— Ole Miss’ Robert Nkemdiche might be too much for most teams in terms of red flags and he could sink into round two like Randy Gregory a year ago. Even so, he was compared to Jadeveon Clowney as a High School recruit and can get a bit of momentum back into his stock at the combine.

— Nebraska’s Maliek Collins plays without a pass rush repertoire and he’s a bit too predictable working the interior. He’s a former wrestler though and he knows how to battle. He’s also quite the athlete and could shine here. He has the upside to be a productive interior rusher but the flashes were too few and far between in 2015.

A note of caution — based on trends since 2010, the Seahawks are unlikely to draft anyone with sub-32-inch arms at defensive tackle.

The edge rush class isn’t quite as exciting. Joey Bosa and Noah Spence will likely go in the top-12 but after that it’s just a case of seeing who runs a 1.5 10-yard split. Cliff Avril had a 1.50, Bruce Irvin a 1.55 and Frank Clark a 1.59. That’s what the Seahawks look for coming off the edge. Explosion.

Clemson duo Shaq Lawson and Kevin Dodd seem unlikely to crack the 1.5’s. Michigan State’s Shilique Calhoun had a thoroughly underwhelming college career but he might get into that range. It’ll be interesting to see how well Oklahoma’s Charles Tapper and Penn State’s Carl Nassib test.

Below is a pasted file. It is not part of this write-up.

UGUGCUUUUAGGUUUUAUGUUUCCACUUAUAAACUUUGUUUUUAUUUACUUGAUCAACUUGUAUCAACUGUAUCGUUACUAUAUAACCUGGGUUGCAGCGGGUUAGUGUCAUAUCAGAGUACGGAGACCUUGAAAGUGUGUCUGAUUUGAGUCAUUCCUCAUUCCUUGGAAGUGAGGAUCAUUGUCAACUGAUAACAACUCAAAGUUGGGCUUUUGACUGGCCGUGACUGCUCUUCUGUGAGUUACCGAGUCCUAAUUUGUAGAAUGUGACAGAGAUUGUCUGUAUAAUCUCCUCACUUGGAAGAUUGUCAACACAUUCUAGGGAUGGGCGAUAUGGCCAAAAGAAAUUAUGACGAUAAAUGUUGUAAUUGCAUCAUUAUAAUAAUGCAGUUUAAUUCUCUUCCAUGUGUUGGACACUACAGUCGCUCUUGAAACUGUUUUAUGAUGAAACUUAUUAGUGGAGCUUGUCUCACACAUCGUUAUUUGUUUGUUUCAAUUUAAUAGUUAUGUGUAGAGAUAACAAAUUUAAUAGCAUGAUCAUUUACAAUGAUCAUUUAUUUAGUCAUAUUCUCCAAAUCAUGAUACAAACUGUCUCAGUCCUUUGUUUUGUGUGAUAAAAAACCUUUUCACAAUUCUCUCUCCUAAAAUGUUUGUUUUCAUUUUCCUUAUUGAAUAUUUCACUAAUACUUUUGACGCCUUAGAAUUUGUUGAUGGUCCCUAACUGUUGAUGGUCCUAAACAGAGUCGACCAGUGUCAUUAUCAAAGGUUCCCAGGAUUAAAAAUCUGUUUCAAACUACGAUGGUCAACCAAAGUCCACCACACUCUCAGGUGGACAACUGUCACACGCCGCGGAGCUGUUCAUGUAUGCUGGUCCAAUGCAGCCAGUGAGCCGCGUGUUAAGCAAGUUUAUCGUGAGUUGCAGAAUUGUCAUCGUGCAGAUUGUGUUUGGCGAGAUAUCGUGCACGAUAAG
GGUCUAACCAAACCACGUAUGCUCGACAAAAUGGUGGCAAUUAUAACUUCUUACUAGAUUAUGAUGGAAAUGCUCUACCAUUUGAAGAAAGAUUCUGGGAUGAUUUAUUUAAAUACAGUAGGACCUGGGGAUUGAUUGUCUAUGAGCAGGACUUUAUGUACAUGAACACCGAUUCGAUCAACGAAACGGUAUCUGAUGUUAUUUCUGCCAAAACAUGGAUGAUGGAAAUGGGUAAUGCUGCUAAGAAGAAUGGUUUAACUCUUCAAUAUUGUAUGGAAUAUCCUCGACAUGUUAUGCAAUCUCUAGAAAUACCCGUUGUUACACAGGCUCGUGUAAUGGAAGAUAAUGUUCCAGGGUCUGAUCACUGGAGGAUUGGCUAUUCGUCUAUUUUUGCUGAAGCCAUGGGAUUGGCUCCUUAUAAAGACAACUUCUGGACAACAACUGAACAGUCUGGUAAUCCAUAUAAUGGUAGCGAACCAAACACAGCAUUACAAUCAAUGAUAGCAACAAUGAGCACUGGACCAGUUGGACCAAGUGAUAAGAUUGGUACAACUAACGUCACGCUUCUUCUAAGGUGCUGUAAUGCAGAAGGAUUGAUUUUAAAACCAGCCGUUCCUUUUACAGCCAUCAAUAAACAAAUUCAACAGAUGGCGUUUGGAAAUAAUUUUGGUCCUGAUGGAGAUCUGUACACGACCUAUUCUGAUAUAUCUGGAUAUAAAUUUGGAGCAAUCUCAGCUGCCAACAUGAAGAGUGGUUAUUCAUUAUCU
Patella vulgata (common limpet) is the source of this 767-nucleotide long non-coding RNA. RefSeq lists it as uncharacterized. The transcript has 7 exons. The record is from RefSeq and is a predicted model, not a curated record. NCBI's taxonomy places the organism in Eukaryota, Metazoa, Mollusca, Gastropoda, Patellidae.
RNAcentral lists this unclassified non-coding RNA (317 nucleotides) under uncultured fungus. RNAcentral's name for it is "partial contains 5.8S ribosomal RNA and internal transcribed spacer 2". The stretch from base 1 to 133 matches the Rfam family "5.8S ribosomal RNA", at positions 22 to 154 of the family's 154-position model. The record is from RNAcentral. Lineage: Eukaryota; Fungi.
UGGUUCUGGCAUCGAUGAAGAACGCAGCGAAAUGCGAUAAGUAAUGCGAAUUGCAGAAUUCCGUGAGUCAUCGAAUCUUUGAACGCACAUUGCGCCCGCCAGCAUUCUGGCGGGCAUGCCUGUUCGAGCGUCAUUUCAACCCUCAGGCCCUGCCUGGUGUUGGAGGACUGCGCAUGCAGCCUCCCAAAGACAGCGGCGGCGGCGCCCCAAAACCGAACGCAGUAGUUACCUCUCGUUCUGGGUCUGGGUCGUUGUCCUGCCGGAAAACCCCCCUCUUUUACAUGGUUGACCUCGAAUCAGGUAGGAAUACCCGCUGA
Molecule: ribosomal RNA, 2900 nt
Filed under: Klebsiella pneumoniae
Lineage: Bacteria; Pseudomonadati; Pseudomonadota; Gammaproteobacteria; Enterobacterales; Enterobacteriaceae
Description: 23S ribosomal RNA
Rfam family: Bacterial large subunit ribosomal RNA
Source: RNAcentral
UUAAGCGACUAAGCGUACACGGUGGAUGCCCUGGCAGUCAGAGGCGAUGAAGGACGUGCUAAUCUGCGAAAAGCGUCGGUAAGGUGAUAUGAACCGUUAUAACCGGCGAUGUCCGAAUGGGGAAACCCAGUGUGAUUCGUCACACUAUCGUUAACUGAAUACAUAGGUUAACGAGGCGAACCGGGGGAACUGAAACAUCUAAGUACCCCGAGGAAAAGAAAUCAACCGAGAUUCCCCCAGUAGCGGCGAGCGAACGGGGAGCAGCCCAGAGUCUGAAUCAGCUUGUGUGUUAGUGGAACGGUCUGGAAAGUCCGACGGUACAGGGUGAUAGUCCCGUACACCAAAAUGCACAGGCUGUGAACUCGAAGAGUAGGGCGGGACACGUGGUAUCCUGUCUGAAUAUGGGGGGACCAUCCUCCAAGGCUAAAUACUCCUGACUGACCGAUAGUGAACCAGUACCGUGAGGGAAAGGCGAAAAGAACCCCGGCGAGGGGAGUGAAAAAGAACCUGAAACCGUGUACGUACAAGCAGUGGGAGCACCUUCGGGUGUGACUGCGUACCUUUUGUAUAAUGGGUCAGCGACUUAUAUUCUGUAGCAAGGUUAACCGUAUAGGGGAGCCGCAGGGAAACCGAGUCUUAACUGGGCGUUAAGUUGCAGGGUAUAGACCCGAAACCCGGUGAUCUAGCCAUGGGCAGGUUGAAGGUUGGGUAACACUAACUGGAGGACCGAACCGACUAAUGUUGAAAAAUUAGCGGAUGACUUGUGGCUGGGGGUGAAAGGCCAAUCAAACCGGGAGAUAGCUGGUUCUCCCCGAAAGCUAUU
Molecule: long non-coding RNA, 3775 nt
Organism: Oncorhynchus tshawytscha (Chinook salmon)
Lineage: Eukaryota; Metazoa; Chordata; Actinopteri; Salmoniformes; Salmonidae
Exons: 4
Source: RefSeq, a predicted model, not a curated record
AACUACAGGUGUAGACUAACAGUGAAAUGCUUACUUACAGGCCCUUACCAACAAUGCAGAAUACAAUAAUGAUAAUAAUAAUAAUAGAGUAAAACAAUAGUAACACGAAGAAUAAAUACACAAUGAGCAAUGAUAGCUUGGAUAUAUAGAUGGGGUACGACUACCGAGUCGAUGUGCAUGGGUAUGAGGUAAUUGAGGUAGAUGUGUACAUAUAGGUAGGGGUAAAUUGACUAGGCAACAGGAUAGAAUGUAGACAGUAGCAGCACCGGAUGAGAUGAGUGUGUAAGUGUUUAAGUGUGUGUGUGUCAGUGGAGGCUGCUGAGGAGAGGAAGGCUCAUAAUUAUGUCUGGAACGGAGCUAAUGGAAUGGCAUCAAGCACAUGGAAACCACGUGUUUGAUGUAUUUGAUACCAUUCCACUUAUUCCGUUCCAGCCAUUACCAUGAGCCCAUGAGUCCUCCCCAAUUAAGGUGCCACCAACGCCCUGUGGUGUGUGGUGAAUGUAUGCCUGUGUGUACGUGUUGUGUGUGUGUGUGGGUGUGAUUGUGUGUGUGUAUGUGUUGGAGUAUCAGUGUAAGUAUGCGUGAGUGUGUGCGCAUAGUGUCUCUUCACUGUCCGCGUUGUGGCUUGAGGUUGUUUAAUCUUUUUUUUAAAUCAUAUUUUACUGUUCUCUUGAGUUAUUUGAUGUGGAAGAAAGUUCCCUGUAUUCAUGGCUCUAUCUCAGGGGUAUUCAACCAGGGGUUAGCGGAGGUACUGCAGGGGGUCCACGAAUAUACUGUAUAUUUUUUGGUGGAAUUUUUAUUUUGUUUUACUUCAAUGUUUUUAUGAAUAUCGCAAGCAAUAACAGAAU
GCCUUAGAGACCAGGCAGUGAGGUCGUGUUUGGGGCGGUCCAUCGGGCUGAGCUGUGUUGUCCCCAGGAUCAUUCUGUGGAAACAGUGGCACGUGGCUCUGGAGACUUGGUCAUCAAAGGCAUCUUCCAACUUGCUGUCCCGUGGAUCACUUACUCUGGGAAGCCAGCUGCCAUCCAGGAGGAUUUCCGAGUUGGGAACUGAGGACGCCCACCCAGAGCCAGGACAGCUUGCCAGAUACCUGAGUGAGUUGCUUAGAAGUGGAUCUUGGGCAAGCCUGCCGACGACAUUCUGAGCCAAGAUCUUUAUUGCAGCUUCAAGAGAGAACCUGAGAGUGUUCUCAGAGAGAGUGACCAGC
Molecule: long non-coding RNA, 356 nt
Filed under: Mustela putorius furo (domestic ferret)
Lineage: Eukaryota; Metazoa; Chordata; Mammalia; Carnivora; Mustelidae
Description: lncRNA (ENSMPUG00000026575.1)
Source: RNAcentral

Overall we’re left waiting to see who emerges from this group.

Linebackers

Deion Jones could be an ideal fit for Seattle’s defense

2015 leaders
40-yard dash — Vic Beasley (4.53)
Vertical jump — Davis Tull (42.5 inches)
Broad jump — Bud Dupree (11’6)

Seahawks performer
Kevin Pierre-Louis ran a 4.51 at 6-0 and 232lbs. He also jumped 39 inches in the vertical. Explosive.

Speed, speed, speed. That’s what the Seahawks have generally looked for at linebacker. Bobby Wagner ran a 4.46 at his pro-day, Bruce Irvin and Kevin Pierre-Louis both ran 4.50’s. K.J. Wright is the exception — but he provided fantastic range, incredibly long arms and physicality.

Part of fielding such a stout front four is having a group of linebackers that can fly to the ball, work through traffic and make plays. Seattle is unlikely to move away from raw speed and athleticism.

Unless the Seahawks start one of Pierre-Louis, Eric Pinkins or Mike Morgan — they’re going to need to replace Bruce Irvin. Pierre-Louis was unconvincing in spot-duty in 2015 while Morgan actually replaced Irvin in some games.